2009 – Kitchenware revolution in Iceland
A people’s movement brought down Iceland’s government over its handling of the 2008 financial crisis, and spurred the jailing of the country’s top bankers for their role in the crisis – the only bankers anywhere in the world to be imprisoned.
When the financial crisis struck in 2008, Iceland had spent the previous two decades going further than many nations down the route of privatisation, market deregulation, and financial deregulation. The economy boomed but it became dangerously dependent on risky speculative financial ventures. So when the financial crisis hit, Iceland was one of the most vulnerable countries. Its biggest banks failed, the currency collapsed, unemployment spiraled and discontent grew.
The first protests came in October, when singer Hordur Torfason stood in a square in Reykjavik with a microphone, inviting the public to voice their concerns. The following Saturday saw the first organised protest, and by the third Saturday, the ‘Voices of the People’ movement had been established, with four demands: the resignation of the government; the resignation of the Central Bank’s board; the resignation of the Financial Security Authority’s board; and new elections.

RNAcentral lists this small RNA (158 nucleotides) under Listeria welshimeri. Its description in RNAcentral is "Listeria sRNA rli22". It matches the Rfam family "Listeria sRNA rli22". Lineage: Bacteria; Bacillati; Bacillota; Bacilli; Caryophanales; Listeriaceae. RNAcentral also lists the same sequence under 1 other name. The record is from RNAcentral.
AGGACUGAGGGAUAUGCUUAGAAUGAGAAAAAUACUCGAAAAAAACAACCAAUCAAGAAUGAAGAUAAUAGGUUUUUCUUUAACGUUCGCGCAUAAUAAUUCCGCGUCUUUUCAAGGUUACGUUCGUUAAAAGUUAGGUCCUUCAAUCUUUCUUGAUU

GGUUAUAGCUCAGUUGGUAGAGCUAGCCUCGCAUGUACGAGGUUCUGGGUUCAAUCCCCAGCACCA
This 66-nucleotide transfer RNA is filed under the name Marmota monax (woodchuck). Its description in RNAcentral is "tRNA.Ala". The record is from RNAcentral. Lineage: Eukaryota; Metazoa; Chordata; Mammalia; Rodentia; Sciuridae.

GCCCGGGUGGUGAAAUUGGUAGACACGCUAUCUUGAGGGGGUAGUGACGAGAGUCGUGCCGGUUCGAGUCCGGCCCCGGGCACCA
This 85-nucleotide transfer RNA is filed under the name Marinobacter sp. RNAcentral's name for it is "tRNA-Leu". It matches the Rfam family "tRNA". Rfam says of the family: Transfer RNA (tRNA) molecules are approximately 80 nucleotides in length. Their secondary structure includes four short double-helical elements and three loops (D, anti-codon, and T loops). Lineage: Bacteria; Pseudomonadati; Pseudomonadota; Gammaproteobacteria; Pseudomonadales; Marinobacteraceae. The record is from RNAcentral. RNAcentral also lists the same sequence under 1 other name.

Weekly demonstrations grew, and on January 20, 2009, around 2,000 people gathered outside Parliament to protest, banging pots and pans – earning the nickname, ‘the Kitchenware Revolution’. The following day, Prime Minister Geir Haarde’s car was pelted with eggs and snowballs.
Protesters maintained noise demonstrations and bonfires in the streets, and on January 23, Prime Minister Haarde and his cabinet finally resigned, announcing new elections for May. The next day, the Director and the board of the Financial Security Authority also resigned. Three of four demands were now met.
Protestors gathered the following Saturday in front of Parliament, calling for the resignation of the three governors of the Central Bank’s Board. Hordur Torfason urged protesters to meet the next day at the Central Bank building. Bolstered by acting Prime Minister Johanna Sigurdardottir’s disappointment at the governors’ refusal to resign, activists blocked the building, preventing bank chiefs getting in. One chairman agreed to resign, but the others refused.
During continuing protests in February, Parliament crafted a law to reform the Central Bank, abolishing the existing Board of Governors. As this new law became inevitable, the final two chairmen stepped down on February 26, 2009. All four demands were now met.
Iceland is the only nation to put top finance executives (almost 30 of them) behind bars after the 2008 crisis and has gone further than many nations in regulating the financial sector.
Revelations in 2016 that Iceland’s prime minister had stashed millions offshore, however, revived the popular anger that drove the Kitchenware revolution, leading to elections and increased support for parties critical of the financial sector.